Rail line rezoning a 'tantalising' opportunity: Stokes

PLEASED: Planning Minister Rob Stokes was in Newcastle on Friday to launch his Hunter Regional Plan. He congratulated Newcastle City Council on Thursday's former rail corridor rezoning vote. Picture: Marina Neil

PLEASED: Planning Minister Rob Stokes was in Newcastle on Friday to launch his Hunter Regional Plan. He congratulated Newcastle City Council on Thursday's former rail corridor rezoning vote. Picture: Marina Neil

PUSHING ahead with rezoning the former heavy rail corridor presents a “tantalising” opportunity for the University of Newcastle to increase its presence in the city, Planning Minister Rob Stokes says.

Mr Stokes was in Newcastle on Friday to officially launch his new Hunter Regional Plan, a 20 year blueprint for development in the Hunter.

He said Newcastle City Council’s vote on Thursday to push ahead with the next stage of the rezoning of the former heavy rail corridor would “open the opportunity for the government to invest … probably a total of $100 million” into the city.

While Thursday’s vote only progresses the rezoning to the next stage of public consultation, it has given more details about the possible uses on the corridor.

At the meeting Newcastle Lord Mayor Nuatali Nelmes flagged the possibility of the former Newcastle Railway Station to eventually be turned into a boutique hotel or community arts centre, and the council has pushed for the introduction of affordable housing between Merewether Street and the former Civic Station.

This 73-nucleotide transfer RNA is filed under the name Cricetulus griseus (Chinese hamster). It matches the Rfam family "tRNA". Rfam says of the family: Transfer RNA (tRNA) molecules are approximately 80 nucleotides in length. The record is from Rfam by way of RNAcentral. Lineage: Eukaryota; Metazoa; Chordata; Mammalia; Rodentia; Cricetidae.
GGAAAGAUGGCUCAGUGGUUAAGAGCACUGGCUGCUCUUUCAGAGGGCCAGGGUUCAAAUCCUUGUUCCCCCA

But if the rezoning does eventually go ahead the biggest beneficiary of what Cr Nelmes described as “light touch” development on the corridor would be the University.

The Herald has previously reported that the University is in discussions with the government to build on corridor and Honeysuckle land between Worth Place and Civic Station, and on Friday Mr Stokes said that would mean a chance to “re-imagine some former public transport land as public education land”. 

At a Property Council lunch on Friday, Alan Tracey, the University’s director of infrastructure, revealed plans to bring an additional 2000 students to the city by eventually relocating its new creative industries department and additional student accomodation.

Thursday vote begins a “gateway” process that will see further consultation before the rezoning returns to council for a final decision in about 12 months. 

Part of the opposition to the rezoning vote going ahead had been the absence of guarantees around transport plans.

But in a letter sent to Cr Nelmes on September 27 Transport Minister Andrew Constance committed to begin work on a Hunter Regional Transport Plan “in the next 12 months”.

In its motion the council required the state government to develop an integrated transport plan, as well fulfill its previous commitment made to the Shooters and Fishers Party to guarantee in legislation that all proceeds from development on the corridor will be reinvested in the revitalisation of Newcastle.

Cr Nelmes said on Friday the council would not vote on the rezoning until those commitments had been met. 

Smartphone
Tablet - Narrow
Tablet - Wide
Desktop